15. 15. Complexity 10 Gall’s Law A complex system that works is invariably found to have evolved from a simple system that worked. A complex system designed from scratch never works and cannot be patched up to make it work. You have to start over, beginning with a working simple system.
    16. 16. Complexity 11 Question --------------------------------------------------------------- How do we manage software complexity? Answer --------------------------------------------------------------- Modularity
    17. 17. Complexity 12 Defining Module Hey, it’s a JAR file! - unit of reu - unit se of co m - unit po of dep sition - unit loyme of ma nt nagem ent A module system provides a runtime environment for modules
    18. 18. Complexity 13 Advantages of Modularity - reus e - re du ce co m - ease ple mainte xity - incr nance ease exten sibility Umm...we can already do this with objects and services!
    19. 19. Complexity 13 Advantages of Modularity - reus - re du e Increases architectural agility! ce co m - ease ple mainte xity - incr nance ease exten sibility Umm...we can already do this with objects and services!
    20. 20. Complexity 14 Module Design Few teams are designing modular software systems today! POLL: Question: Response: ----------------------------------------------------- - How many design class relationships? _____ - How many design package relationships? _____ - How many design service relationships? _____ - How many design module (JAR, Assembly) relationships? _____
    21. 21. Complexity 15 Platform Modularity Why a re design n’t we Platforms discourage modularity! ing mo mo dul re ar sof tware ?
    22. 22. Complexity 16 Platform Modularity - Dyn am - Mult ic deployme ipl nt - Enfo e versions rce depen dencie s
    23. 23. Complexity 16 Platform Modularity - Dyn am - Mult ic deployme This is the next generation application platform! ipl - Enfo e versions nt rce depen dencie s
    24. 24. OSGi in the Enterprise 17 Architectural Agility What What What is arc is is hitect ure? archit the goal of ag ility architectur ecture ? al ?
    25. 25. Architectural Agility 18 What is Architecture? • An architecture is the set of significant decisions about the organization of a software system, the selection of the structural elements and their interfaces by which the system is composed, together with their behavior as specified in the collaborations among those elements, the composition of these structural elements and behavioral elements into progressively larger subsystems, and the architecture style that guides this organization -- these elements and their interfaces, their collaborations, and their composition. Source: Kruchten: The Rational Unified Process. Also cited in Booch, Rumbaugh, and Jacobson: The Unified Modeling Language User Guide, Addison-Wesley, 1999
    26. 26. Architectural Agility 19 What is Architecture? • In most successful software projects, the expert developers working on that project have a shared understanding of the system design. This shared understanding is called ‘architecture.’ This understanding includes how the system is divided into components and how the components interact through interfaces. These components are usually composed of smaller components, but the architecture only includes the components and interfaces that are understood by all the developers...Architecture is about the important stuff. Whatever that is. Source: Fowler, Martin. IEEE Software, 2003. “Who Needs an Architect?” A quote from Ralph Johnson on the XP mailing list.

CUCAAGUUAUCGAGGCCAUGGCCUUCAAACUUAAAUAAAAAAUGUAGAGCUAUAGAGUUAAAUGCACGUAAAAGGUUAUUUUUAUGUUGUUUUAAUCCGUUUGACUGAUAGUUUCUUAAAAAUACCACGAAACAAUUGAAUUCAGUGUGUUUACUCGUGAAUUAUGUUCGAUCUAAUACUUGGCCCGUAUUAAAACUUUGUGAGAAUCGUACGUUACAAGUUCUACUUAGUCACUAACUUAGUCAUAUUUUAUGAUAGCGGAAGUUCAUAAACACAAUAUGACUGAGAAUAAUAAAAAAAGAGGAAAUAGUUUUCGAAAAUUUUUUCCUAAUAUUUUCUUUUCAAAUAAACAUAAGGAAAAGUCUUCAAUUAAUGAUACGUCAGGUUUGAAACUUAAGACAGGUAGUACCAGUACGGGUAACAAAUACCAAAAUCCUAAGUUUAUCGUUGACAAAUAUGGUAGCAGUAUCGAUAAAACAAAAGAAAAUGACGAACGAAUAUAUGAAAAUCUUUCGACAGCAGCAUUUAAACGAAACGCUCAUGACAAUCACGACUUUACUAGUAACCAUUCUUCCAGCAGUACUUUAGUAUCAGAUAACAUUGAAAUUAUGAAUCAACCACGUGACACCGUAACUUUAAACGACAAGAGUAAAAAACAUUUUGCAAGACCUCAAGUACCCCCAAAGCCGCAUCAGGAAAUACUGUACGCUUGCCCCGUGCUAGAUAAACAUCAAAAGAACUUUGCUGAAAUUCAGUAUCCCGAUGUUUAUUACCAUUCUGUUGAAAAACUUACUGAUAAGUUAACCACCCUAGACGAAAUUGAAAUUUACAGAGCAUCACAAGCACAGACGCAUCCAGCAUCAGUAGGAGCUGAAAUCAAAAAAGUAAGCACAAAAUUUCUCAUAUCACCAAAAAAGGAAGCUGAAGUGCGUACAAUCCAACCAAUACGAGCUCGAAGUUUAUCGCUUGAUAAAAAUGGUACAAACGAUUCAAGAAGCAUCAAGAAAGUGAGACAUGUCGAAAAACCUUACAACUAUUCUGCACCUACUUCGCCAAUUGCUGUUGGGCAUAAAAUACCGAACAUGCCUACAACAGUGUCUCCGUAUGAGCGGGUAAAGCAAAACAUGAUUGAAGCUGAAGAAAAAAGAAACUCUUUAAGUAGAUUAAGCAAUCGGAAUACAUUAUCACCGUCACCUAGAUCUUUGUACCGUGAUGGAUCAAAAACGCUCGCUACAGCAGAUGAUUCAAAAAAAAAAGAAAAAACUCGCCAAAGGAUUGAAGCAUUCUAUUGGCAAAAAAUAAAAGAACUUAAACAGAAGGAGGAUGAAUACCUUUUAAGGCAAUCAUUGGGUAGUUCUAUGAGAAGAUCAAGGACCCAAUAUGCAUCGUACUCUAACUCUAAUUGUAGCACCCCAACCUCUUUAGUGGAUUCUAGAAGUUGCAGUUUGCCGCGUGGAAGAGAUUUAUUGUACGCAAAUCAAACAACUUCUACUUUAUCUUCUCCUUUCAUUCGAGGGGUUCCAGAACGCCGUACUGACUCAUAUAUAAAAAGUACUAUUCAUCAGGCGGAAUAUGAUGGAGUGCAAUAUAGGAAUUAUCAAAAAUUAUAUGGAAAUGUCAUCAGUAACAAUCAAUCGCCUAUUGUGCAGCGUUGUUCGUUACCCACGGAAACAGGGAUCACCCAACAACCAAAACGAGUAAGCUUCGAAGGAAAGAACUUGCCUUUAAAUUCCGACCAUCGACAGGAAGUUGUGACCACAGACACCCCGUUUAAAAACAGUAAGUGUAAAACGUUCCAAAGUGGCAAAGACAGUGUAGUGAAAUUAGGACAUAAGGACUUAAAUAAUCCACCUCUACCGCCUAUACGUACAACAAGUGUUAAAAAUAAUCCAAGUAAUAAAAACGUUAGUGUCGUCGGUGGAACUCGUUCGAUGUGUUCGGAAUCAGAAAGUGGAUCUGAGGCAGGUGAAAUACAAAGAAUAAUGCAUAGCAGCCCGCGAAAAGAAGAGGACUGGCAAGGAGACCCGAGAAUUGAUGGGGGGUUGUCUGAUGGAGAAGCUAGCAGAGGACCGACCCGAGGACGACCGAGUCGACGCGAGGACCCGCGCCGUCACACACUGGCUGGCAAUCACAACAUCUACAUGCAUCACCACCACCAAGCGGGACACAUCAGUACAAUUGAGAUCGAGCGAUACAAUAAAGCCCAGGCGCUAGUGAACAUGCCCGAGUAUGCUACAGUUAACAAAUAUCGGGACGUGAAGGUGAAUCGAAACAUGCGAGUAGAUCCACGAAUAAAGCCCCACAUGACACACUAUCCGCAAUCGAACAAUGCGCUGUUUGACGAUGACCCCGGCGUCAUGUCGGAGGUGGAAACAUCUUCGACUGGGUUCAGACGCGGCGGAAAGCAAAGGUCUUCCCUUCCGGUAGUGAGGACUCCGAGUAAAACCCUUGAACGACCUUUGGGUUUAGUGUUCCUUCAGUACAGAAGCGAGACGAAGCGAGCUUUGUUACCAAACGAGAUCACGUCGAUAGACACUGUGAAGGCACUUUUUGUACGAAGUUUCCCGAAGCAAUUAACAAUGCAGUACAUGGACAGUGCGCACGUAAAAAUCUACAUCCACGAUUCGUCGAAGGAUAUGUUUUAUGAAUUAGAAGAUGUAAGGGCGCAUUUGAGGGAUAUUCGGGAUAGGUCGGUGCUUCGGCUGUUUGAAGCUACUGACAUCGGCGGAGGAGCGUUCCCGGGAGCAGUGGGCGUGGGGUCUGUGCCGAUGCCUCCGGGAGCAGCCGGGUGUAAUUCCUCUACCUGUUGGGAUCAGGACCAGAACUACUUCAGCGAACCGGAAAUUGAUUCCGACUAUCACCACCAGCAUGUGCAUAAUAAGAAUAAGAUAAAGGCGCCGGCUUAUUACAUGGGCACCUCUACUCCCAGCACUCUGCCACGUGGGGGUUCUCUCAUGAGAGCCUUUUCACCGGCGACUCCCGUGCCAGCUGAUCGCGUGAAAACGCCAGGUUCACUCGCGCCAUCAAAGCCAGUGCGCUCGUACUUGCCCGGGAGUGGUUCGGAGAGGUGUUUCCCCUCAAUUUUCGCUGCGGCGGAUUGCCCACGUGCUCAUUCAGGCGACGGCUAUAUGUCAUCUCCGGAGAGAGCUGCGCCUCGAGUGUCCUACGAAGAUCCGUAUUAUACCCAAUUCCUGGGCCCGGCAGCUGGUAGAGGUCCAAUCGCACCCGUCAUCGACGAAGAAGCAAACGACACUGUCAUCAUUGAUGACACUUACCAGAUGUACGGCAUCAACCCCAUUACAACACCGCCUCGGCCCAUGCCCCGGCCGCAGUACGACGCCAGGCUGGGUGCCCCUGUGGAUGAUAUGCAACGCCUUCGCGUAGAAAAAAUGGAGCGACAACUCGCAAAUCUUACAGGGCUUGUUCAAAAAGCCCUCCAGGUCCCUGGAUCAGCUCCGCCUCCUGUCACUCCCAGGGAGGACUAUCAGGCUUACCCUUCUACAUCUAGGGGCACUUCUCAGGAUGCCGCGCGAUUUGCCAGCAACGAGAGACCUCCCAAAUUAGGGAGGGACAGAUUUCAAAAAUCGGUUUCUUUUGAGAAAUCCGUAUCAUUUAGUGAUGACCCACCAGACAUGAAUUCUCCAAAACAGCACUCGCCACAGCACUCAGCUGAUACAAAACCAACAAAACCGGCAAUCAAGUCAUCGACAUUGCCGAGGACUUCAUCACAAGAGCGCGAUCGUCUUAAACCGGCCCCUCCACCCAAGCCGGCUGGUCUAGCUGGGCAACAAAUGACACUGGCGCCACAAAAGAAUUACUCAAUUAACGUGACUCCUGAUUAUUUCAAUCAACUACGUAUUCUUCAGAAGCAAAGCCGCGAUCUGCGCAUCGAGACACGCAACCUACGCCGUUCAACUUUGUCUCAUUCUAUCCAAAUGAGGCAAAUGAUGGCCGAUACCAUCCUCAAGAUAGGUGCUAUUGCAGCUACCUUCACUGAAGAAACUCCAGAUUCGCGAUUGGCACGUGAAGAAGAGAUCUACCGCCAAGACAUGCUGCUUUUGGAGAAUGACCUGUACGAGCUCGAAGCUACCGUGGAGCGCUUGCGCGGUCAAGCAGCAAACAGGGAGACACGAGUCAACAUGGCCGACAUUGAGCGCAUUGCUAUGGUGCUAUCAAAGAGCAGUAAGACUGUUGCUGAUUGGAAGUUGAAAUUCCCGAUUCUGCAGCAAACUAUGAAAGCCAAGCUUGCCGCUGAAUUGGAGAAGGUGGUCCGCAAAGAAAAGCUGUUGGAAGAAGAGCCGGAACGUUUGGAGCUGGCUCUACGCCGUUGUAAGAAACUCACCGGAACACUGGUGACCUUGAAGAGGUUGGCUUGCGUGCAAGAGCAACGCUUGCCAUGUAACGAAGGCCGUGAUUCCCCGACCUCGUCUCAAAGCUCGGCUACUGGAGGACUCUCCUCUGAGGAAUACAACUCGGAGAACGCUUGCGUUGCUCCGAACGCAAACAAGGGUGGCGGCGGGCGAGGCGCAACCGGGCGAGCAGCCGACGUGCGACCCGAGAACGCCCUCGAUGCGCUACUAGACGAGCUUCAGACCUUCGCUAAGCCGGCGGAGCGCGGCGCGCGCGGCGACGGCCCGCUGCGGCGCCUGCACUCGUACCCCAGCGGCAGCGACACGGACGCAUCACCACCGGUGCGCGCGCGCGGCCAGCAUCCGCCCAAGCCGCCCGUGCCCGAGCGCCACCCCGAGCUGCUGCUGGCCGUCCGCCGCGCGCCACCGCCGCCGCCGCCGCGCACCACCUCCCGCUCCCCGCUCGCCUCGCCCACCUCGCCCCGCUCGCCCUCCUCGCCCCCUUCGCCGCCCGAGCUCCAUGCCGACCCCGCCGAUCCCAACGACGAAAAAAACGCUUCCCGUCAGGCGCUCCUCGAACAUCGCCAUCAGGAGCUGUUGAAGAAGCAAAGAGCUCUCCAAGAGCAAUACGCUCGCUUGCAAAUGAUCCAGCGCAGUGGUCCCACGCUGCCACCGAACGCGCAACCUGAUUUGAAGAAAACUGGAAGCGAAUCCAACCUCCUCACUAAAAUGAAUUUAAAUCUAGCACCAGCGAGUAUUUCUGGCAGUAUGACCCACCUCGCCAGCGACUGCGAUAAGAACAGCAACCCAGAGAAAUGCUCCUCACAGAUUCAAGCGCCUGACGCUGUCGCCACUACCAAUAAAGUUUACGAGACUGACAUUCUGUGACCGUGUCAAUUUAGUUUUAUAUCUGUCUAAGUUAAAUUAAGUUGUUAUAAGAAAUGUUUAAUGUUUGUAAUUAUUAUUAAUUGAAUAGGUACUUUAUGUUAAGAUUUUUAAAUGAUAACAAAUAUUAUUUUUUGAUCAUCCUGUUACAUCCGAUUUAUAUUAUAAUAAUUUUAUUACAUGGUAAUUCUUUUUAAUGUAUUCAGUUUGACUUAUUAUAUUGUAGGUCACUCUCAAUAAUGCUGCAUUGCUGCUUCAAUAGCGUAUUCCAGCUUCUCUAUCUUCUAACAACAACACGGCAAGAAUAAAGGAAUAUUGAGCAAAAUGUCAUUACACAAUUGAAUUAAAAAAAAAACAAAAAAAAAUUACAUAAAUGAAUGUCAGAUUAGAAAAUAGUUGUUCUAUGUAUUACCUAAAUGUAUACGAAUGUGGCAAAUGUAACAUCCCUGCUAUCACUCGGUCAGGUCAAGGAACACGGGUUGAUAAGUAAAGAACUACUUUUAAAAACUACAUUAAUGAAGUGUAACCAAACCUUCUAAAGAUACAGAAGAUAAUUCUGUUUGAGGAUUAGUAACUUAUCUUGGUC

27. 27. Architectural Agility 20 What is Architecture? • The fundamental organization of a system, embodied in its components, their relationships to each other and the environment, and the principles governing its design and evolution. Source: ANSI/IEEE Std 1471-2000
    28. 28. Architectural Agility 21 What is Architecture? • A formal description of a system, or a detailed plan of the system at component level to guide its implementation • The structure of components, their inter-relationships, and the principles and guidelines governing their design and evolution over time. Source: TOGAF - http://www.opengroup.org/architecture/togaf8-doc/arch/chap01.html
    29. 29. Architectural Agility 22 What is Architecture? • Architecture embodies the critical design decisions that typify a system. • Relates to cost of change, organizational structure, structure of code, capabilities of a system, etc. • The significance of decisions needs to be understood and assessed • A heavy-weight approach is likely to reduce understanding and our ability to assess Source: QCON London Presentation by James Coplien & Kevlin Henney title Agile Architecture Is not Fragile Architecture - http://www.infoq.com/presentations/Agile- Architecture-Is-Not-Fragile-Architecture-James-Coplien-Kevlin-Henney
    30. 30. Architectural Agility 23 The Goal of Architecture
    31. 31. Architectural Agility 23 The Goal of Architecture What if we were able to reduce the impact and cost of change?
    32. 32. Architectural Agility 23 The Goal of Architecture What if we were able to reduce the impact and cost of change? We n ee d t elimin o ate archit ectur e!
    33. 33. Architectural Agility 24 Reversibility Rever sible Ir reve can b Decisi rsible e eas o ns are n Decisi ily ch ot ea becau se the ange d becau sily c ons archit se the hange ec expen y are d acco m ture is abl siv to o mo dat e to intens e or reso u e cha ive. rce nge. First and foremost, we should try to make most decisions reversible, so they can be made and then easily changed. -- “Implementing Lean Software Development: From Concept to Cash”